For starters, the program's private sector-led steering group consists of entities often considered adversaries in the online privacy debate -- AARP, LexisNexis, Microsoft and both the American Civil Liberties Union and NSA. The steering group will soon be spun off into a nonprofit, according to members.
"Despite the concerns and the outrage over some of the other stories coming out, by and large, the folks that we’ve been working with recognize that NSTIC is a strategy," Grant said. "It calls on the private sector to help develop something, and the government actually doesn’t have control here. We’re not building any new system. We’re not trying to set up a central database."
He says the outcome of the project will be the opposite of snooping. "Any time the government’s involved in these things [people] may have concerns, but they are also excited about what we are trying to do, which is partnering with the private sector to ultimately deliver better privacy and security," Grant said.
Wider Acceptance Could Take Years
NIST, Connect.gov, the Federal Cloud Credential Exchange and NSTIC will not store any personal information. The government is not running NSTIC, but rather arranging meetings and small grants for the companies that manage the technology, Grant said.
NSTIC, for example, awarded $2.8 million to credential-creator ID.me. As a result, a retired military member now can register online for a single ID.me login -- and then sign in to any of a number of sites that offer discounts on Uber car rides, free shipping at Overstock.com and other perks.
"That same credential, once the Federal Cloud Credential Exchange goes live, should also be able to be used at the Department of Veterans Affairs to log into the My HealtheVet.gov portal -- and download health information," Grant said.
The steering group is expected to announce additional grants and pilot programs later this week.
ID.me officials say their user-base will reach 2 million people by the end of 2014.
Still, ID.me, PayPal, and other outside logins are not anticipated to be widely accepted for years, because compatibility will require a new regime of security standards, liability policies and business rules.
The actual tools are the least of the holdups.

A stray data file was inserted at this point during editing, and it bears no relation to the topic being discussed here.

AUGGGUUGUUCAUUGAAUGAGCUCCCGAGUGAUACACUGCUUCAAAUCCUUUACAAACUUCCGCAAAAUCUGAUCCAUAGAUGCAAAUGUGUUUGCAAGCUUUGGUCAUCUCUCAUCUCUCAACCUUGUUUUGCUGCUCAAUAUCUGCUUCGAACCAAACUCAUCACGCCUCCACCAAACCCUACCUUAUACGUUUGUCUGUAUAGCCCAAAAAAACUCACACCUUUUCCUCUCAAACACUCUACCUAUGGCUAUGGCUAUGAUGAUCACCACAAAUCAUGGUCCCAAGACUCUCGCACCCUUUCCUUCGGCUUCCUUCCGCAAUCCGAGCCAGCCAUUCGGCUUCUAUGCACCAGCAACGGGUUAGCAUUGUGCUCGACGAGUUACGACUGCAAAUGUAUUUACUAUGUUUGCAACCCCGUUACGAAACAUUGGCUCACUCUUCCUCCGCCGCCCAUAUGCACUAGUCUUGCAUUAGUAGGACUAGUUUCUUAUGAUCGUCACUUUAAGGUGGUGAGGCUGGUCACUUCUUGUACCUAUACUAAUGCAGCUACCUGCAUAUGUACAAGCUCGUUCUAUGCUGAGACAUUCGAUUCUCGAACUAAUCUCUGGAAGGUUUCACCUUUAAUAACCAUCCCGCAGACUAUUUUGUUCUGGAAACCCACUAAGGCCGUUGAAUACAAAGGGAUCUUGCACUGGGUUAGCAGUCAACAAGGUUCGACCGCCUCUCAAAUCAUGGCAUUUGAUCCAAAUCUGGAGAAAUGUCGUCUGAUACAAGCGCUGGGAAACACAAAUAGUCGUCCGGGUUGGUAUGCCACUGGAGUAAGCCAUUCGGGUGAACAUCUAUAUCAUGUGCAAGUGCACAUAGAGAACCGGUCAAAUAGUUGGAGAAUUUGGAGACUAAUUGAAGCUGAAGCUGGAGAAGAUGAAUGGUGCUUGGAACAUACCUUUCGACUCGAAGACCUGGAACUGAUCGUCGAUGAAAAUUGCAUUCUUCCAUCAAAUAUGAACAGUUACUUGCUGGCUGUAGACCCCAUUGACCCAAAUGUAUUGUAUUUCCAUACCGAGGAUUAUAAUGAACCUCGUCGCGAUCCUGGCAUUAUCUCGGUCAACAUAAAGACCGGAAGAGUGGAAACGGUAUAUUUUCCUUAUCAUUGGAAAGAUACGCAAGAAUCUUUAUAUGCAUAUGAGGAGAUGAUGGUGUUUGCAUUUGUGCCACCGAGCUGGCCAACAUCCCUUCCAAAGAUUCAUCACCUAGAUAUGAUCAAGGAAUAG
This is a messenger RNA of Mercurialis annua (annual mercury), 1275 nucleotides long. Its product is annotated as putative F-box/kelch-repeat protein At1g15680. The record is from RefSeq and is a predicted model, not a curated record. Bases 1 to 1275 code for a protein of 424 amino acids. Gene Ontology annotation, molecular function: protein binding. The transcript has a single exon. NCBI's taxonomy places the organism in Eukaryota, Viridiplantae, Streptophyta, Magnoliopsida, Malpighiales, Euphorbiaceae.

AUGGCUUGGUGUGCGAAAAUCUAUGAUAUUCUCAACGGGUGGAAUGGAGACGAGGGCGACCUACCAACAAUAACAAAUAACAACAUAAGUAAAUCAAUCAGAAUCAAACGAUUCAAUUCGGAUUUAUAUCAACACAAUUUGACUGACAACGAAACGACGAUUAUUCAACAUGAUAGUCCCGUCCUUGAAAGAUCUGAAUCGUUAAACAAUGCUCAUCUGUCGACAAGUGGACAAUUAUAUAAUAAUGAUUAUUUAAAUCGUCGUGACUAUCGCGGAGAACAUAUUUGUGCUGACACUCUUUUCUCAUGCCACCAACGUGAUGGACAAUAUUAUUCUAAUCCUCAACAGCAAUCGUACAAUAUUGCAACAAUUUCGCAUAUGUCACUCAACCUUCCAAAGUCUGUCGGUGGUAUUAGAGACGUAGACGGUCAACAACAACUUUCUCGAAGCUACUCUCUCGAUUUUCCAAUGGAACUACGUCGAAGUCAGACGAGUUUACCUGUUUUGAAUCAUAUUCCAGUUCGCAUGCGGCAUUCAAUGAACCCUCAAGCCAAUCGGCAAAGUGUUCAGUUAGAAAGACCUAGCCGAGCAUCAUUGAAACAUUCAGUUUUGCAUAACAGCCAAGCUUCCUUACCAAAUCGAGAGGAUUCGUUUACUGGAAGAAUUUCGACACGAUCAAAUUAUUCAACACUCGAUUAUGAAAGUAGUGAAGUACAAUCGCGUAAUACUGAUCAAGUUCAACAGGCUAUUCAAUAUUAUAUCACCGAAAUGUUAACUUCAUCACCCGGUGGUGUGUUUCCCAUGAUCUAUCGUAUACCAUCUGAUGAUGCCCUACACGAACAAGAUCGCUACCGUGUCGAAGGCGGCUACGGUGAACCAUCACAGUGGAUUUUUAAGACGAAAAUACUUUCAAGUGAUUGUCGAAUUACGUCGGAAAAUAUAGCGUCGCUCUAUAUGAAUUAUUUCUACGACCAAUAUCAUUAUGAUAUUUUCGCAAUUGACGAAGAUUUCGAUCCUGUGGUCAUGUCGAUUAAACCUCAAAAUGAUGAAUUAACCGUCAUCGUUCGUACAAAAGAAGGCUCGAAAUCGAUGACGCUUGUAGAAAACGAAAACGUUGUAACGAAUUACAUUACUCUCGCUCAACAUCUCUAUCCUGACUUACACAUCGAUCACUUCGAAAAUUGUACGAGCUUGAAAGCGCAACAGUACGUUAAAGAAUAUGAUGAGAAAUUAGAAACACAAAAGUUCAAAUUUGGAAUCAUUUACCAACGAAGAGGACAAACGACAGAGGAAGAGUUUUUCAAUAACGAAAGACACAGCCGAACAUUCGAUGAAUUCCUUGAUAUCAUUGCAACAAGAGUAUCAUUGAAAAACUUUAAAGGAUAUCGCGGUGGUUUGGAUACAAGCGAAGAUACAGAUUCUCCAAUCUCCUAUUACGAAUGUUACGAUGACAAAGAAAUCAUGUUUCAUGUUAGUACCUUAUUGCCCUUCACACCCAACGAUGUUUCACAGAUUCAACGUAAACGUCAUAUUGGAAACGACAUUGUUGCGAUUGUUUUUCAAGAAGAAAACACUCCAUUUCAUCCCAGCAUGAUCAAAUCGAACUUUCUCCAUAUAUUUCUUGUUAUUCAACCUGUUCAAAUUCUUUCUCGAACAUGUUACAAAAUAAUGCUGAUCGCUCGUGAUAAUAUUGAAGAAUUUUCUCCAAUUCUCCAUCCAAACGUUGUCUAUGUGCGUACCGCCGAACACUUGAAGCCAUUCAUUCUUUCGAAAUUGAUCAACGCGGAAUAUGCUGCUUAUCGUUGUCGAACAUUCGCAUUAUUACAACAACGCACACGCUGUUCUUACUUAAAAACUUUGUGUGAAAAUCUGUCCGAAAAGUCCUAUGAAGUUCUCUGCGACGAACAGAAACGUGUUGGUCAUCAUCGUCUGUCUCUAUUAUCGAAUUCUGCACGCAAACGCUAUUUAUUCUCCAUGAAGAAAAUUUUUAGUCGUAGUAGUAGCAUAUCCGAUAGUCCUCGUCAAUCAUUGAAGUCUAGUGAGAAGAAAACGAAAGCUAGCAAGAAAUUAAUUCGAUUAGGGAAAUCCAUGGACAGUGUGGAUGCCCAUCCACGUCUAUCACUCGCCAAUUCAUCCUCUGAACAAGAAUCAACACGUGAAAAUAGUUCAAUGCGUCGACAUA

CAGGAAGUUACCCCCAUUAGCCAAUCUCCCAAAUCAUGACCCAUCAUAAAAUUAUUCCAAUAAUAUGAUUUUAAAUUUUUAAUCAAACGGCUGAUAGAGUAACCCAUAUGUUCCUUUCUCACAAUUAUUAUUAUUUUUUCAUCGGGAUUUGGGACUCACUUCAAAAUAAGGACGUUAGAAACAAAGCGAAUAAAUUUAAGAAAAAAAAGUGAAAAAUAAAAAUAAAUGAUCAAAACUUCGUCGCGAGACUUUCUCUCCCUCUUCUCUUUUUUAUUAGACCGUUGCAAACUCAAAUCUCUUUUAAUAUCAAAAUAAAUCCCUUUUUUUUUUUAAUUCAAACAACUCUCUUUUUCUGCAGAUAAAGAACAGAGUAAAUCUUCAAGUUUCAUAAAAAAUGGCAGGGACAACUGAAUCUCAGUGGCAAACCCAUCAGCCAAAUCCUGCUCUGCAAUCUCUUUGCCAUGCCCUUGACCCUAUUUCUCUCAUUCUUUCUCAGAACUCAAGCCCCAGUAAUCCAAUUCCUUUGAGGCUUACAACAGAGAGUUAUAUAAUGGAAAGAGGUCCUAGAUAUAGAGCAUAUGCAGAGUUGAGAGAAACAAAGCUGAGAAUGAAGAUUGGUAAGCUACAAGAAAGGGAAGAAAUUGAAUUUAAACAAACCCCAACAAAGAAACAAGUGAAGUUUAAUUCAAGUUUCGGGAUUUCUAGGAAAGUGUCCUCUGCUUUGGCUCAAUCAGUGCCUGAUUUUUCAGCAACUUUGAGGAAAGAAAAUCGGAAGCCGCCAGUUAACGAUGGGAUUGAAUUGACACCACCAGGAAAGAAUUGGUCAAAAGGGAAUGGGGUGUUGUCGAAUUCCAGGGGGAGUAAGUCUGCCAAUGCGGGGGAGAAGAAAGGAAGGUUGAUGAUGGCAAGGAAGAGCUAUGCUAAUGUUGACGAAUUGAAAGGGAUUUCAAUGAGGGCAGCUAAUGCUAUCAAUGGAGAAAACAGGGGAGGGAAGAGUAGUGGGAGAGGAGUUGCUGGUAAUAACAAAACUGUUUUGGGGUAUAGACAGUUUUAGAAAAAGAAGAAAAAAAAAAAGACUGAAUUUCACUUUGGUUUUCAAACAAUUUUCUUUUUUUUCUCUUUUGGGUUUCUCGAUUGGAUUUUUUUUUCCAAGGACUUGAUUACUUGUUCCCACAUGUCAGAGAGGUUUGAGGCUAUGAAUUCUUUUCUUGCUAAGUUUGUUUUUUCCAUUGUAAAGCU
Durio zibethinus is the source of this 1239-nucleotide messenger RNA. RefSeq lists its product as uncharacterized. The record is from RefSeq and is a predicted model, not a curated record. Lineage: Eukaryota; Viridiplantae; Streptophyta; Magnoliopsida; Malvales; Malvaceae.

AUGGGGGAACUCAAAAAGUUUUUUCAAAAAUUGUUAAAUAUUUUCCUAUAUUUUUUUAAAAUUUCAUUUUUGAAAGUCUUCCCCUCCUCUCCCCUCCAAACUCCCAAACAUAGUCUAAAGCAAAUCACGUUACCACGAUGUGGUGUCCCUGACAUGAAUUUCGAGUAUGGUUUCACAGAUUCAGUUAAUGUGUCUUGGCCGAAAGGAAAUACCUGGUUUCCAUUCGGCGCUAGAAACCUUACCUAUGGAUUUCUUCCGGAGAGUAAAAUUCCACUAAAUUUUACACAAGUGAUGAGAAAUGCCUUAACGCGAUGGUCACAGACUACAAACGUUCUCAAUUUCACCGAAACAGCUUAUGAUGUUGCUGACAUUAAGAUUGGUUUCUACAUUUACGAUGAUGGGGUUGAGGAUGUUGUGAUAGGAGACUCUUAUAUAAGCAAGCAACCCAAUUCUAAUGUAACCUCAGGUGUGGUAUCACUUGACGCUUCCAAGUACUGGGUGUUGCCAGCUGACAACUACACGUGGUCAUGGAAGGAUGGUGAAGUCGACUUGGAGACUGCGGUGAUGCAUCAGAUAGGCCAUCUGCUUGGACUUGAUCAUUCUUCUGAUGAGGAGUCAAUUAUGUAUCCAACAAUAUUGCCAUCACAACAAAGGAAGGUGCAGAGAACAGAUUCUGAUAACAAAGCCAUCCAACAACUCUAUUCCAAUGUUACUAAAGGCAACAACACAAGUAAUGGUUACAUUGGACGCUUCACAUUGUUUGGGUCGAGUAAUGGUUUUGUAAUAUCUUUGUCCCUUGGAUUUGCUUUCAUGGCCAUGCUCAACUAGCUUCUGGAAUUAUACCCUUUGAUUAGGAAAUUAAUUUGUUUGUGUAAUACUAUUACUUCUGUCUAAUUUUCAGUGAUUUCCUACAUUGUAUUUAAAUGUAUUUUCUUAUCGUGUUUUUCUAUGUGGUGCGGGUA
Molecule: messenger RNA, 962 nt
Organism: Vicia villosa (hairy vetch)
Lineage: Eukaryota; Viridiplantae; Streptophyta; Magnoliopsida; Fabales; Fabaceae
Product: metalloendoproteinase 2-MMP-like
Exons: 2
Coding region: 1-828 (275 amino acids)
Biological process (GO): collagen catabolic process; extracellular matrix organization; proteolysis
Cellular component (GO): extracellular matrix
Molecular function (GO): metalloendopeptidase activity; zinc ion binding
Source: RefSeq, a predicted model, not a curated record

"There is no shortage of technologies, but if most of the businesses I’m dealing with online aren’t going to actually allow me to use it when I log in, then it’s not really worth anything to me," Grant said.
For example, will Apple and Amazon let users log into their apps with a Google ID?
Some Legal Questions Remain Unresolved
Aside from branding issues, there are legal questions. "What happens if something’s compromised and something’s lost?" Grant said. "Who is actually liable? A lot of things can be addressed through standard contract terms."
He compares the online login system to the traditional payment card system.
"I’ve got two VISA cards in my wallet. One from U.S. Bank. One from Chase," Grant explained. "If I go down to the Starbucks around the corner and buy a cup of coffee, they could care less which card I present, because both of them have the VISA logo on it. And it’s not just a shiny logo. It’s a 'trust mark' that stands for a whole bunch of standards and operating rules behind the scenes that govern everything from how the card is produced in a secure environment, how it's authenticated at the point of sale . . . how many days it will take for Starbucks to get paid by the bank.”
The login system, like the payment system at Target and any other networked system, is bound to be hacked at some point. The unresolved issue for the ID strategy is who becomes responsible for losses.
With payment systems, there are "rules in place that allocate liability between the consumer, the merchant and the issuing bank," Grant said. "We don’t have anything that’s like that for online credentialing" -- yet.